Easy Money (2010) dir. Daniel Espinoza
Starring:Joel Kinnaman, Matias Padin Varela, Dragomir Mrsic
By Alan Bacchus
Three well developed and sympathetic characters anchor Daniel Espinosa’s grand crime melodrama, Easy Money. Already a hit film film in Sweden, it arrives at TIFF, already with the Weinstein Company repping it in the US and Alliance Films in Canada.
Jorge is a Spanish-speaking immigrant recently escaped from prison and reunited with his pal and partner in crime. In conflict with Jorge is Mrado part of an Eastern European mob whom he has a beef with in the competitive underground cocaine syndicate. The only Swede of the bunch is JW, a ladder-climbing university student secretly working as a cabbie in order to afford the expensive suits and the other high class accoutrements it takes to get in with the rich kids he idolizes. When presented with an opportunity to make some really big money, JW finds himself caught in the cocaine drug war between Jorge and Mrado.
Espinoza’s treatment of crime is in the world of Jacques Audiard’s A Prophet, or Animal Kingdom version of cinema, a world treated with realism and characters painted with various shades of grey. Heroes and villains aren’t so easy to define. Espinoza’s clever to subvert our expectations and shift around his heroes and villains, double back on his characters and reveal realistic motivations for everyone involved.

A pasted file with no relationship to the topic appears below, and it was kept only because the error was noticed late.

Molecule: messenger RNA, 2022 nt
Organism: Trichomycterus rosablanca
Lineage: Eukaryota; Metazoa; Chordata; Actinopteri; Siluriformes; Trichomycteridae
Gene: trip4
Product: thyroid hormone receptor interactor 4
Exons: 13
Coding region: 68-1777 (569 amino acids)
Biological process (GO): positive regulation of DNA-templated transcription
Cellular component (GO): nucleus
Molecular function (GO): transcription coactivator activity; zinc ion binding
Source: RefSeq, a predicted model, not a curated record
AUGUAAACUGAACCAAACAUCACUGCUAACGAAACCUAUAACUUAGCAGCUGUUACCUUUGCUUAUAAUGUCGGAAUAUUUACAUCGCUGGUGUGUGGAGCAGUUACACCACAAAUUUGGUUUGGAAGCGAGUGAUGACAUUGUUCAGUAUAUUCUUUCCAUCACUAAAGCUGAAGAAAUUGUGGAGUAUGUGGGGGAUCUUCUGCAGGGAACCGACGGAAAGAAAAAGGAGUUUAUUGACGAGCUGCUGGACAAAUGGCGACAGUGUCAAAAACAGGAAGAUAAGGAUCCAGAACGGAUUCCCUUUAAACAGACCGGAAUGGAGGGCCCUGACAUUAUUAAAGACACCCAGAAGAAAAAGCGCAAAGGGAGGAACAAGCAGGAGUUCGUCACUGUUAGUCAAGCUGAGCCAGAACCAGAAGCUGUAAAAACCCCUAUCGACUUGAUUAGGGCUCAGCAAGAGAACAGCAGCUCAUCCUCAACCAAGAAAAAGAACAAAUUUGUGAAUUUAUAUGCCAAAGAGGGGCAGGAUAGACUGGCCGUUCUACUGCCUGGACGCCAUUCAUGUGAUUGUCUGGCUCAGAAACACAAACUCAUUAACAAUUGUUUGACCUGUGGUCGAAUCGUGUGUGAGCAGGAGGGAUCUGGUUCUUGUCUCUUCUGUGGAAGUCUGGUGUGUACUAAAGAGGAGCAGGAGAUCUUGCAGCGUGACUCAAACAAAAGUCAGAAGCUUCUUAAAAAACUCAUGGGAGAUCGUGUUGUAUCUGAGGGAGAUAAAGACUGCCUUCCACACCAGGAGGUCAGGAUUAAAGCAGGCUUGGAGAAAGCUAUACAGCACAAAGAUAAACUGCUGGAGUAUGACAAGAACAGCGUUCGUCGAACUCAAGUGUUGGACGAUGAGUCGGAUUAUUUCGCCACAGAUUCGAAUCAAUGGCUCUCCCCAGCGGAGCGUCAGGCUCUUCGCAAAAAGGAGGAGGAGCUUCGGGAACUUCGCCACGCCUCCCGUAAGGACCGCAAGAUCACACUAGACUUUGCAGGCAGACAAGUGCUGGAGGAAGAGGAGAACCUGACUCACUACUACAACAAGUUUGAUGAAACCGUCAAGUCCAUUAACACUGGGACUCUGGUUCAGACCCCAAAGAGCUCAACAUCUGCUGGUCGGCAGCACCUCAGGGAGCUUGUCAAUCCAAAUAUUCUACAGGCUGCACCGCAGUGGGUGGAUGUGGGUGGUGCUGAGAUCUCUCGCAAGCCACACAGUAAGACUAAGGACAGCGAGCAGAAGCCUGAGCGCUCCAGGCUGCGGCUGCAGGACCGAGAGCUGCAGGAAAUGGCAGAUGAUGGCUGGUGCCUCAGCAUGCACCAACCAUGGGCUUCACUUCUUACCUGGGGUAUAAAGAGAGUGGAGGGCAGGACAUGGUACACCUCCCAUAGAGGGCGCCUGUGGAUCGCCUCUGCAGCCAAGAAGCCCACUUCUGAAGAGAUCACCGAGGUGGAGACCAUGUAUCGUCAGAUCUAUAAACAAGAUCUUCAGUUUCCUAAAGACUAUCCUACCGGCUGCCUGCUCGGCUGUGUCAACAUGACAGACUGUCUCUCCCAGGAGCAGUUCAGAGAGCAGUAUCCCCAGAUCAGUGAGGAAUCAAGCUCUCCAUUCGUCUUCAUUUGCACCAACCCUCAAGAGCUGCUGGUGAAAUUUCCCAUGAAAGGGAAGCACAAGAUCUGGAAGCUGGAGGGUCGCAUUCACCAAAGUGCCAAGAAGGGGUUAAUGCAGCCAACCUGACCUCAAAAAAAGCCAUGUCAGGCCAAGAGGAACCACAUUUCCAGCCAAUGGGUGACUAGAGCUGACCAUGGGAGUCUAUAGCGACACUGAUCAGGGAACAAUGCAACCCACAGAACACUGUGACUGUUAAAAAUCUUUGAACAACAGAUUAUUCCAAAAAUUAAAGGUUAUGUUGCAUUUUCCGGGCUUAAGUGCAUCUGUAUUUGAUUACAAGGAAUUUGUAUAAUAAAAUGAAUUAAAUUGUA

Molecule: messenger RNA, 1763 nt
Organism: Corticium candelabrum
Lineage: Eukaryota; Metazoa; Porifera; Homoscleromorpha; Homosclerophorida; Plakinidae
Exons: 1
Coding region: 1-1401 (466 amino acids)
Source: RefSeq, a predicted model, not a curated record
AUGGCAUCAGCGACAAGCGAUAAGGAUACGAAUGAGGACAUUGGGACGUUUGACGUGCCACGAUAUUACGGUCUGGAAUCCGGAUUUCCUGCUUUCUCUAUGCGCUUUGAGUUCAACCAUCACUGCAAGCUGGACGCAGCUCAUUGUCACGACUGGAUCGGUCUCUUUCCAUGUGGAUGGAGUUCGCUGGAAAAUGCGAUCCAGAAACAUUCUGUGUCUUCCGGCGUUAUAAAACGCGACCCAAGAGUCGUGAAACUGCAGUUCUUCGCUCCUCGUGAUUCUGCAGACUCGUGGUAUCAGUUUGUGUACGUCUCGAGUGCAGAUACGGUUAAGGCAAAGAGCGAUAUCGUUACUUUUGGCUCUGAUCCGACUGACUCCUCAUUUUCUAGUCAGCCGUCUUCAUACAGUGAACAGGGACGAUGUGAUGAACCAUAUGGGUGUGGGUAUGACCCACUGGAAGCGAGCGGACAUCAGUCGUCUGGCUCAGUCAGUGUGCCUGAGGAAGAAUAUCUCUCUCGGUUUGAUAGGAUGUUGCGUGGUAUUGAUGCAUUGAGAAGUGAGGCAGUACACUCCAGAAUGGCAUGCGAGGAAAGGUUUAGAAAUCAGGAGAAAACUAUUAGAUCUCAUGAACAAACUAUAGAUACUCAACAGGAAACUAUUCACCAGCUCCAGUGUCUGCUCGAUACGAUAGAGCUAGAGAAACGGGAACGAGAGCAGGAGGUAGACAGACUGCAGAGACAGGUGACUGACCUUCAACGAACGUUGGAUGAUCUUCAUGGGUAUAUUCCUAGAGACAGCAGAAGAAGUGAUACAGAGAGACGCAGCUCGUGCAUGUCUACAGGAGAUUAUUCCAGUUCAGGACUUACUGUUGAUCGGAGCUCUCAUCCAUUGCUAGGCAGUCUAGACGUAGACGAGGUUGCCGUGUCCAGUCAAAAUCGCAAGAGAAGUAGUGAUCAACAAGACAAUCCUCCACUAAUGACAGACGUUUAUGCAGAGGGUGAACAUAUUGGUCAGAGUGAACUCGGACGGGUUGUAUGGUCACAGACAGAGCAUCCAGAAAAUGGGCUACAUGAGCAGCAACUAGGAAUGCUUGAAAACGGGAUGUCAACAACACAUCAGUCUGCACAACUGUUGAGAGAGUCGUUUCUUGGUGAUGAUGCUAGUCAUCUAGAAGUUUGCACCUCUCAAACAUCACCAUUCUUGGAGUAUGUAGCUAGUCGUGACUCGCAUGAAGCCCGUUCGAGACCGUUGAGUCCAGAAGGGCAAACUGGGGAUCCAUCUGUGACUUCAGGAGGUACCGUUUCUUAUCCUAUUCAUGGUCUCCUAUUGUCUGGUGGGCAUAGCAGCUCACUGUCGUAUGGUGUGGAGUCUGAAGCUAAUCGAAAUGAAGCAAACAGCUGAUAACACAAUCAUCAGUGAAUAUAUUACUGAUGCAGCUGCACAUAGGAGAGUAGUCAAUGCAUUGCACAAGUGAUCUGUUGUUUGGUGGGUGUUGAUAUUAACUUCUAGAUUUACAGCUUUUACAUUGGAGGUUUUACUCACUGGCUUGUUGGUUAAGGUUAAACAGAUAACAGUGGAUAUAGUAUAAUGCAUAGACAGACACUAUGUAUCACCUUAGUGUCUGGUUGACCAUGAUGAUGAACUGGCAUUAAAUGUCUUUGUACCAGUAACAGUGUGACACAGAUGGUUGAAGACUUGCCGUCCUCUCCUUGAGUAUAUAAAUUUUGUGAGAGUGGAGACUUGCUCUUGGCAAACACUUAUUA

The common denominator of the three is the desperate need for survival and desire for security and success. For JW, its his need to escape the life of poverty from childhood, for Mrado, it’s his young daughter he find himself protecting, and Jorge, his sister and newborn niece which prompts him to re-evaluate his priorities.
Each of the fine actors playing the roles brings freshness and deep commitment and inhabitation of their characters. Dragomir Mrsic as Mrado gives the best performance, and his best scene is a touching car ride confession after he has just taken custody of his daughter where he reveals his abuse by his father which caused him to become the hardened criminal he is today.
The social realism visual effect is laid on thick, too thick perhaps. The handheld camerawork is a given in these types of stories now, but Espinoza shoots his character so tight, all the time, the film is essentially a series of close ups. As a result the director loses the power of this cinematic tool.
With everything a close up, the world too closed in for us visually, barely allowing us time to breathe. As a result Espinoza’s realism dies out towards the end, replaced by heightened melodrama. The double-crosses, betrayals, and bloody sacrifices of brotherhood of the third act take us into a less satisfactory sensationalized crime genre. Espinoza does leave us with one last fantastic scene before he cuts to black, a terrific bookend to the opening scene which completes JW’s dramatic arc in grand fashion.